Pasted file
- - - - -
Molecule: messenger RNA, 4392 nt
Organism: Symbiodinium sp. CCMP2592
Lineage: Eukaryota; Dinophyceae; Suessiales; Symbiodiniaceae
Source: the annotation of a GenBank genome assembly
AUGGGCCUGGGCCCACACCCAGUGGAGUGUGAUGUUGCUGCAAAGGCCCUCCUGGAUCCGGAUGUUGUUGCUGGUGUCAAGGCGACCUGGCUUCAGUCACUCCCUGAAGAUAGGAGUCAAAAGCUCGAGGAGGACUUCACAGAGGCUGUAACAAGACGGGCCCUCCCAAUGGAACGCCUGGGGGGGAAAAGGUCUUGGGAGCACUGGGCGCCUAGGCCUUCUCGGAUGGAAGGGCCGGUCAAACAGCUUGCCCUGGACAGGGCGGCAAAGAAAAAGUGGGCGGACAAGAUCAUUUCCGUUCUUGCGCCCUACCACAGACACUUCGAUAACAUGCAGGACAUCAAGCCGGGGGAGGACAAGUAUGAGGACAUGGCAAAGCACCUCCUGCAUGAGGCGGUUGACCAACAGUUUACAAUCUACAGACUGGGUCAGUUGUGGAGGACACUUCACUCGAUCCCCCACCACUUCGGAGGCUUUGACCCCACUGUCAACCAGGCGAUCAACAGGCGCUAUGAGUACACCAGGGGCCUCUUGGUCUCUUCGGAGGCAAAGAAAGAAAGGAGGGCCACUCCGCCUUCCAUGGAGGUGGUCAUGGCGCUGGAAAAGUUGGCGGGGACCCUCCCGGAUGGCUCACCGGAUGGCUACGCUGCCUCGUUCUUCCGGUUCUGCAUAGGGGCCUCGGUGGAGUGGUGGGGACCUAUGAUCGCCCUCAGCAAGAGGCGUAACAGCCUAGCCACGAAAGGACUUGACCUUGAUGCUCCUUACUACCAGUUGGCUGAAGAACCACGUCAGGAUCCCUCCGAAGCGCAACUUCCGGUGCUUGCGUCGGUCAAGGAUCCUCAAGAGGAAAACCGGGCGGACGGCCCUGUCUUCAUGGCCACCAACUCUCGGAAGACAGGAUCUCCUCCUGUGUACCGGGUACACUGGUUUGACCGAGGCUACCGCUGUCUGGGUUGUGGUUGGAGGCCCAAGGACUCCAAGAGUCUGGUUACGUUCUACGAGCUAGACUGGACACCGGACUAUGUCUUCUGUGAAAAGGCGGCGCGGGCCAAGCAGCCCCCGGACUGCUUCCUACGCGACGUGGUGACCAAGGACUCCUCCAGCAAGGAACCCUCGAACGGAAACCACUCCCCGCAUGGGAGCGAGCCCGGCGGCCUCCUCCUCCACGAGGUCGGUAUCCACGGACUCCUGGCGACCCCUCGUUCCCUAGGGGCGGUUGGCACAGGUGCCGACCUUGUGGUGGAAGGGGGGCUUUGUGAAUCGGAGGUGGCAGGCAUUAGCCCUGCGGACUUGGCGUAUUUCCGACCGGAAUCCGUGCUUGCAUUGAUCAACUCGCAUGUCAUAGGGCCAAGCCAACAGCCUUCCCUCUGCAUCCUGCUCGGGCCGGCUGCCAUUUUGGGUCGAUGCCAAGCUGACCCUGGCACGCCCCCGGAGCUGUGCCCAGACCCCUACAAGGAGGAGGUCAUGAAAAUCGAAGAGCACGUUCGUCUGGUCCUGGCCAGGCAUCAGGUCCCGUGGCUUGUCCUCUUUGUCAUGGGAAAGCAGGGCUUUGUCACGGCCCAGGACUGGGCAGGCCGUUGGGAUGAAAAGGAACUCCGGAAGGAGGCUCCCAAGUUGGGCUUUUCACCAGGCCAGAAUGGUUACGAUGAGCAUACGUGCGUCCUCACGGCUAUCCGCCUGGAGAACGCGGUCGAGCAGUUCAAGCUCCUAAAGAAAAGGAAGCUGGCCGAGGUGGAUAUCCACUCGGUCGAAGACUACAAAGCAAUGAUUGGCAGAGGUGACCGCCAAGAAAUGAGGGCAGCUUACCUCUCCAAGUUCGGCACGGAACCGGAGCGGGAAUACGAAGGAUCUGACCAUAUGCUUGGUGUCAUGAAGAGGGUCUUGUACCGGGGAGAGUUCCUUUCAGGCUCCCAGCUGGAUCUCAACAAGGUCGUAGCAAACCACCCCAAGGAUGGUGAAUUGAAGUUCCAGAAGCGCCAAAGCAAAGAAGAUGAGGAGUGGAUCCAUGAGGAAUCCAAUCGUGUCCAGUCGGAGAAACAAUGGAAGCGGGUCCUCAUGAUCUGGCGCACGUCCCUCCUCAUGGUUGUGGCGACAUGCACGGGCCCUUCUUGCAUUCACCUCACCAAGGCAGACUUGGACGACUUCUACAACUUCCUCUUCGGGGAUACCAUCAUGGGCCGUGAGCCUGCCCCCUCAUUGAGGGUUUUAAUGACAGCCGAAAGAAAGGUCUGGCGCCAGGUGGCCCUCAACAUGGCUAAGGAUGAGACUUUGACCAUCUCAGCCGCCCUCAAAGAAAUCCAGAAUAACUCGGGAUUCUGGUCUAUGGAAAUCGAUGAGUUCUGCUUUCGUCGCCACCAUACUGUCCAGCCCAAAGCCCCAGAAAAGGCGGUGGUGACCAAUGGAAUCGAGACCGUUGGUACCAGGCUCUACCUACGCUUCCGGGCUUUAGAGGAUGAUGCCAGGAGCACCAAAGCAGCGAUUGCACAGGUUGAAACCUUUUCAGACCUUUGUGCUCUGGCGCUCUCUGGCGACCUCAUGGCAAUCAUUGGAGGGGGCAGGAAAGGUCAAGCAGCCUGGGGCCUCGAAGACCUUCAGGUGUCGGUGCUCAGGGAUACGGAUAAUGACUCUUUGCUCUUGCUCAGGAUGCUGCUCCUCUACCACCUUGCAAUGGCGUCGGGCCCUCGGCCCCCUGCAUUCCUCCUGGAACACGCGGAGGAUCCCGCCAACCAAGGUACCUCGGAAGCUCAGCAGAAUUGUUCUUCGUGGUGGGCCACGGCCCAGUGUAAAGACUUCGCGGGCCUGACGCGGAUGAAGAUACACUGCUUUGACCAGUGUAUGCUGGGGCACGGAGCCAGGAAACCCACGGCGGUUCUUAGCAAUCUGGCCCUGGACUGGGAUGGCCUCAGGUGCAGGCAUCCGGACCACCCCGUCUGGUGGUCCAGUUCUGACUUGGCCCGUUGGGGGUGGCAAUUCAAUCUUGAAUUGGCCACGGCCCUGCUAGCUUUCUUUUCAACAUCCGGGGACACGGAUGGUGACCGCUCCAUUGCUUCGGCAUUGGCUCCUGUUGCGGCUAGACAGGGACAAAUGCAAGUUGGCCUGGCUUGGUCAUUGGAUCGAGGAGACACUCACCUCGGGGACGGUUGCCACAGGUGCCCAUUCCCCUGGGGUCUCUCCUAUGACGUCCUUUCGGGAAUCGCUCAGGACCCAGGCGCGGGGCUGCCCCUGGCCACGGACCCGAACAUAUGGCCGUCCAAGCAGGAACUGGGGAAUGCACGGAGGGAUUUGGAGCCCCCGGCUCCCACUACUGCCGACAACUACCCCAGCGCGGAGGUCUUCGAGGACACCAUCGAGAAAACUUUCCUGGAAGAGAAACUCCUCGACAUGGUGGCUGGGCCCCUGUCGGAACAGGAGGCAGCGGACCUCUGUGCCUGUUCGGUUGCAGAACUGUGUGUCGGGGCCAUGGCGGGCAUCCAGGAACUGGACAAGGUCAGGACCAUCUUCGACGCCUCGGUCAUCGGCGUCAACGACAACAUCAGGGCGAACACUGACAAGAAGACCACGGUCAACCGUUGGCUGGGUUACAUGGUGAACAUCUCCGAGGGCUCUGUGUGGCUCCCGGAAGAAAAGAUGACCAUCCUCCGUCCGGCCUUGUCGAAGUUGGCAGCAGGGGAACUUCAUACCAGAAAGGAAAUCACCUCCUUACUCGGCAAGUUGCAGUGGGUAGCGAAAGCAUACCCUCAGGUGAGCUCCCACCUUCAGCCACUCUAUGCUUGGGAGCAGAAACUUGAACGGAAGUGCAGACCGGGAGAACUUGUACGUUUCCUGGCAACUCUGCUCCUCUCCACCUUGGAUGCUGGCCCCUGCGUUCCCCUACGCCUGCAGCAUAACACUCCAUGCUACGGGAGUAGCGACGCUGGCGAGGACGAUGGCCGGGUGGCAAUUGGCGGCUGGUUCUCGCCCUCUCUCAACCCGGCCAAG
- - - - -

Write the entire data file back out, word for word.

Molecule: messenger RNA, 4392 nt
Organism: Symbiodinium sp. CCMP2592
Lineage: Eukaryota; Dinophyceae; Suessiales; Symbiodiniaceae
Source: the annotation of a GenBank genome assembly
AUGGGCCUGGGCCCACACCCAGUGGAGUGUGAUGUUGCUGCAAAGGCCCUCCUGGAUCCGGAUGUUGUUGCUGGUGUCAAGGCGACCUGGCUUCAGUCACUCCCUGAAGAUAGGAGUCAAAAGCUCGAGGAGGACUUCACAGAGGCUGUAACAAGACGGGCCCUCCCAAUGGAACGCCUGGGGGGGAAAAGGUCUUGGGAGCACUGGGCGCCUAGGCCUUCUCGGAUGGAAGGGCCGGUCAAACAGCUUGCCCUGGACAGGGCGGCAAAGAAAAAGUGGGCGGACAAGAUCAUUUCCGUUCUUGCGCCCUACCACAGACACUUCGAUAACAUGCAGGACAUCAAGCCGGGGGAGGACAAGUAUGAGGACAUGGCAAAGCACCUCCUGCAUGAGGCGGUUGACCAACAGUUUACAAUCUACAGACUGGGUCAGUUGUGGAGGACACUUCACUCGAUCCCCCACCACUUCGGAGGCUUUGACCCCACUGUCAACCAGGCGAUCAACAGGCGCUAUGAGUACACCAGGGGCCUCUUGGUCUCUUCGGAGGCAAAGAAAGAAAGGAGGGCCACUCCGCCUUCCAUGGAGGUGGUCAUGGCGCUGGAAAAGUUGGCGGGGACCCUCCCGGAUGGCUCACCGGAUGGCUACGCUGCCUCGUUCUUCCGGUUCUGCAUAGGGGCCUCGGUGGAGUGGUGGGGACCUAUGAUCGCCCUCAGCAAGAGGCGUAACAGCCUAGCCACGAAAGGACUUGACCUUGAUGCUCCUUACUACCAGUUGGCUGAAGAACCACGUCAGGAUCCCUCCGAAGCGCAACUUCCGGUGCUUGCGUCGGUCAAGGAUCCUCAAGAGGAAAACCGGGCGGACGGCCCUGUCUUCAUGGCCACCAACUCUCGGAAGACAGGAUCUCCUCCUGUGUACCGGGUACACUGGUUUGACCGAGGCUACCGCUGUCUGGGUUGUGGUUGGAGGCCCAAGGACUCCAAGAGUCUGGUUACGUUCUACGAGCUAGACUGGACACCGGACUAUGUCUUCUGUGAAAAGGCGGCGCGGGCCAAGCAGCCCCCGGACUGCUUCCUACGCGACGUGGUGACCAAGGACUCCUCCAGCAAGGAACCCUCGAACGGAAACCACUCCCCGCAUGGGAGCGAGCCCGGCGGCCUCCUCCUCCACGAGGUCGGUAUCCACGGACUCCUGGCGACCCCUCGUUCCCUAGGGGCGGUUGGCACAGGUGCCGACCUUGUGGUGGAAGGGGGGCUUUGUGAAUCGGAGGUGGCAGGCAUUAGCCCUGCGGACUUGGCGUAUUUCCGACCGGAAUCCGUGCUUGCAUUGAUCAACUCGCAUGUCAUAGGGCCAAGCCAACAGCCUUCCCUCUGCAUCCUGCUCGGGCCGGCUGCCAUUUUGGGUCGAUGCCAAGCUGACCCUGGCACGCCCCCGGAGCUGUGCCCAGACCCCUACAAGGAGGAGGUCAUGAAAAUCGAAGAGCACGUUCGUCUGGUCCUGGCCAGGCAUCAGGUCCCGUGGCUUGUCCUCUUUGUCAUGGGAAAGCAGGGCUUUGUCACGGCCCAGGACUGGGCAGGCCGUUGGGAUGAAAAGGAACUCCGGAAGGAGGCUCCCAAGUUGGGCUUUUCACCAGGCCAGAAUGGUUACGAUGAGCAUACGUGCGUCCUCACGGCUAUCCGCCUGGAGAACGCGGUCGAGCAGUUCAAGCUCCUAAAGAAAAGGAAGCUGGCCGAGGUGGAUAUCCACUCGGUCGAAGACUACAAAGCAAUGAUUGGCAGAGGUGACCGCCAAGAAAUGAGGGCAGCUUACCUCUCCAAGUUCGGCACGGAACCGGAGCGGGAAUACGAAGGAUCUGACCAUAUGCUUGGUGUCAUGAAGAGGGUCUUGUACCGGGGAGAGUUCCUUUCAGGCUCCCAGCUGGAUCUCAACAAGGUCGUAGCAAACCACCCCAAGGAUGGUGAAUUGAAGUUCCAGAAGCGCCAAAGCAAAGAAGAUGAGGAGUGGAUCCAUGAGGAAUCCAAUCGUGUCCAGUCGGAGAAACAAUGGAAGCGGGUCCUCAUGAUCUGGCGCACGUCCCUCCUCAUGGUUGUGGCGACAUGCACGGGCCCUUCUUGCAUUCACCUCACCAAGGCAGACUUGGACGACUUCUACAACUUCCUCUUCGGGGAUACCAUCAUGGGCCGUGAGCCUGCCCCCUCAUUGAGGGUUUUAAUGACAGCCGAAAGAAAGGUCUGGCGCCAGGUGGCCCUCAACAUGGCUAAGGAUGAGACUUUGACCAUCUCAGCCGCCCUCAAAGAAAUCCAGAAUAACUCGGGAUUCUGGUCUAUGGAAAUCGAUGAGUUCUGCUUUCGUCGCCACCAUACUGUCCAGCCCAAAGCCCCAGAAAAGGCGGUGGUGACCAAUGGAAUCGAGACCGUUGGUACCAGGCUCUACCUACGCUUCCGGGCUUUAGAGGAUGAUGCCAGGAGCACCAAAGCAGCGAUUGCACAGGUUGAAACCUUUUCAGACCUUUGUGCUCUGGCGCUCUCUGGCGACCUCAUGGCAAUCAUUGGAGGGGGCAGGAAAGGUCAAGCAGCCUGGGGCCUCGAAGACCUUCAGGUGUCGGUGCUCAGGGAUACGGAUAAUGACUCUUUGCUCUUGCUCAGGAUGCUGCUCCUCUACCACCUUGCAAUGGCGUCGGGCCCUCGGCCCCCUGCAUUCCUCCUGGAACACGCGGAGGAUCCCGCCAACCAAGGUACCUCGGAAGCUCAGCAGAAUUGUUCUUCGUGGUGGGCCACGGCCCAGUGUAAAGACUUCGCGGGCCUGACGCGGAUGAAGAUACACUGCUUUGACCAGUGUAUGCUGGGGCACGGAGCCAGGAAACCCACGGCGGUUCUUAGCAAUCUGGCCCUGGACUGGGAUGGCCUCAGGUGCAGGCAUCCGGACCACCCCGUCUGGUGGUCCAGUUCUGACUUGGCCCGUUGGGGGUGGCAAUUCAAUCUUGAAUUGGCCACGGCCCUGCUAGCUUUCUUUUCAACAUCCGGGGACACGGAUGGUGACCGCUCCAUUGCUUCGGCAUUGGCUCCUGUUGCGGCUAGACAGGGACAAAUGCAAGUUGGCCUGGCUUGGUCAUUGGAUCGAGGAGACACUCACCUCGGGGACGGUUGCCACAGGUGCCCAUUCCCCUGGGGUCUCUCCUAUGACGUCCUUUCGGGAAUCGCUCAGGACCCAGGCGCGGGGCUGCCCCUGGCCACGGACCCGAACAUAUGGCCGUCCAAGCAGGAACUGGGGAAUGCACGGAGGGAUUUGGAGCCCCCGGCUCCCACUACUGCCGACAACUACCCCAGCGCGGAGGUCUUCGAGGACACCAUCGAGAAAACUUUCCUGGAAGAGAAACUCCUCGACAUGGUGGCUGGGCCCCUGUCGGAACAGGAGGCAGCGGACCUCUGUGCCUGUUCGGUUGCAGAACUGUGUGUCGGGGCCAUGGCGGGCAUCCAGGAACUGGACAAGGUCAGGACCAUCUUCGACGCCUCGGUCAUCGGCGUCAACGACAACAUCAGGGCGAACACUGACAAGAAGACCACGGUCAACCGUUGGCUGGGUUACAUGGUGAACAUCUCCGAGGGCUCUGUGUGGCUCCCGGAAGAAAAGAUGACCAUCCUCCGUCCGGCCUUGUCGAAGUUGGCAGCAGGGGAACUUCAUACCAGAAAGGAAAUCACCUCCUUACUCGGCAAGUUGCAGUGGGUAGCGAAAGCAUACCCUCAGGUGAGCUCCCACCUUCAGCCACUCUAUGCUUGGGAGCAGAAACUUGAACGGAAGUGCAGACCGGGAGAACUUGUACGUUUCCUGGCAACUCUGCUCCUCUCCACCUUGGAUGCUGGCCCCUGCGUUCCCCUACGCCUGCAGCAUAACACUCCAUGCUACGGGAGUAGCGACGCUGGCGAGGACGAUGGCCGGGUGGCAAUUGGCGGCUGGUUCUCGCCCUCUCUCAACCCGGCCAAG